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Last instalment of charming memoir

THIS week sees the final part of S G Dollimore's memoirs of his Wheathampstead childhood, A Boyhood Remembered.

"One of the licensed premises there was the Cross Keys, which on some Sundays during the summer was visited by organised parties from London. These parties were known as Beanfeasters' and the local children gathered to see their amateur impromptu variety shows, and on their departure had the endearing habit of scattering coins among the children.

"An eccentric maiden lady in that area was Miss Maimie Pring, an elderly character well known for her perambulations in a governess cart pulled by a diminutive donkey.

"One of the most enjoyable memories of my boyhood is of Sunday evening strolls with my parents during which we sometimes met other villagers, and I listened enthralled to old village lore. Both my parents were great walkers and I inherited that trait. One walk was my particular favourite, this being a visit to the ruins of the old church at Ayot St Lawrence, a place steeped in mystery to me. In those days you could wander there at will but I am given to understand that the ruins are considered to be unsafe nowadays.

"In the Twenties there was a decided slump in agriculture. Prices were low and efforts were being made to reduce the already pitiful low wages of farm workers. The summers of 1925 and 1936 were very wet and many farmers were facing bankruptcy.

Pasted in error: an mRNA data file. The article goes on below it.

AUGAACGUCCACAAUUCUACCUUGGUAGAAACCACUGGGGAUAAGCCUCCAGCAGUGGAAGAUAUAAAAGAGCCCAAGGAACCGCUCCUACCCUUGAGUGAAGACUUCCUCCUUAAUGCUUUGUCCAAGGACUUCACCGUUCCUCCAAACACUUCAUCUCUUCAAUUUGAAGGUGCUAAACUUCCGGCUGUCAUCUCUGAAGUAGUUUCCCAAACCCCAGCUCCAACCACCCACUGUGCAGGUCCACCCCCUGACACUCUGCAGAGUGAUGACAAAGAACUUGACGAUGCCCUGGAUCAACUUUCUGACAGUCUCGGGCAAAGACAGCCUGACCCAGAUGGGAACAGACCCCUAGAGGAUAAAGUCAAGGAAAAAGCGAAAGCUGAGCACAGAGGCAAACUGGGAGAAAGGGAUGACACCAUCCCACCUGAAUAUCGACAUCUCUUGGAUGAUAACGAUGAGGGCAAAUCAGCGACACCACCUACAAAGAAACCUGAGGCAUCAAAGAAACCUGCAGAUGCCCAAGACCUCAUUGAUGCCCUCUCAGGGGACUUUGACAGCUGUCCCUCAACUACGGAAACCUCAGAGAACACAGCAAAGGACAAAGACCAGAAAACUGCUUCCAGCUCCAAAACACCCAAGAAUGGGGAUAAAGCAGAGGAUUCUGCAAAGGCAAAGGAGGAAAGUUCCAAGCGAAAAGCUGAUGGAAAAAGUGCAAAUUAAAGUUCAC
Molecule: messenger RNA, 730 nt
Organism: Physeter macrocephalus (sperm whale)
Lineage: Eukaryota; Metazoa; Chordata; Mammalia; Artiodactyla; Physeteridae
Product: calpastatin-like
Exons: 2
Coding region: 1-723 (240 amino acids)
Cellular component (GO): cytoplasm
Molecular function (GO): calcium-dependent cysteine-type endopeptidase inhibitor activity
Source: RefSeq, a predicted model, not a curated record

"In the spring of 1927 Mr Seabrook decided to retire and my father, along with his fellow workers, was given notice of dismissal, and the farm sale was fixed for Michaelmas. I left school for good at the end of July, and for me that year's harvest was a dismal affair.

"Farm sales are always sad occasions and it was the end of an era for me.

"On the day of the sale I am afraid there were tears in my eyes, and ache in my heart, as the well-loved horses were led away by their new owners, and the familiar old appliances disposed of.

"My father was dismissed at the end of the month and as we needed somewhere to live he had to seek employment outside the district with the result that at the end of October we moved lock, stock and barrel to Butterfield Green at Stopsley, near Luton.

"I had the good fortune during the Second World War to be stationed for a short period at Ayres End near Harpenden and from time to time had occasion to visit Wheathampstead in the course of my duties. But I found that the old glamour had vanished.

"I visit the village very infrequently nowadays. There are many changes; the Lamer estate has lost almost all the magnificent oaks, beech and ash trees that I knew and they have been more than replaced by conifers, leaving very little arable or pasture fields.

"Even most of the footpaths have disappeared, or maybe no-one troubles to use them now.

"The railway went under the Beeching axe. I stare at faces but recognise no-one. There are many more residents, mainly commuters. The High Street is full of motor vehicles and I am afraid you could not bowl a hoop or spin a top there today.

"I recently stood on the steps opposite the old mill where the Lea emerges from under the road, all was neat and tidy but several things were missing.

"The day was warm and sunny, but where were the paddling children with their fishing nets? Come to think of it, where were the fish? Workmen were even removing the old mill timbers to make room for shops.

"But thank goodness the mill race still flows through a trifle murky, and St Helen's still stands magnificent as ever it did, with its unlocked doors open to visitors and worshippers alike."


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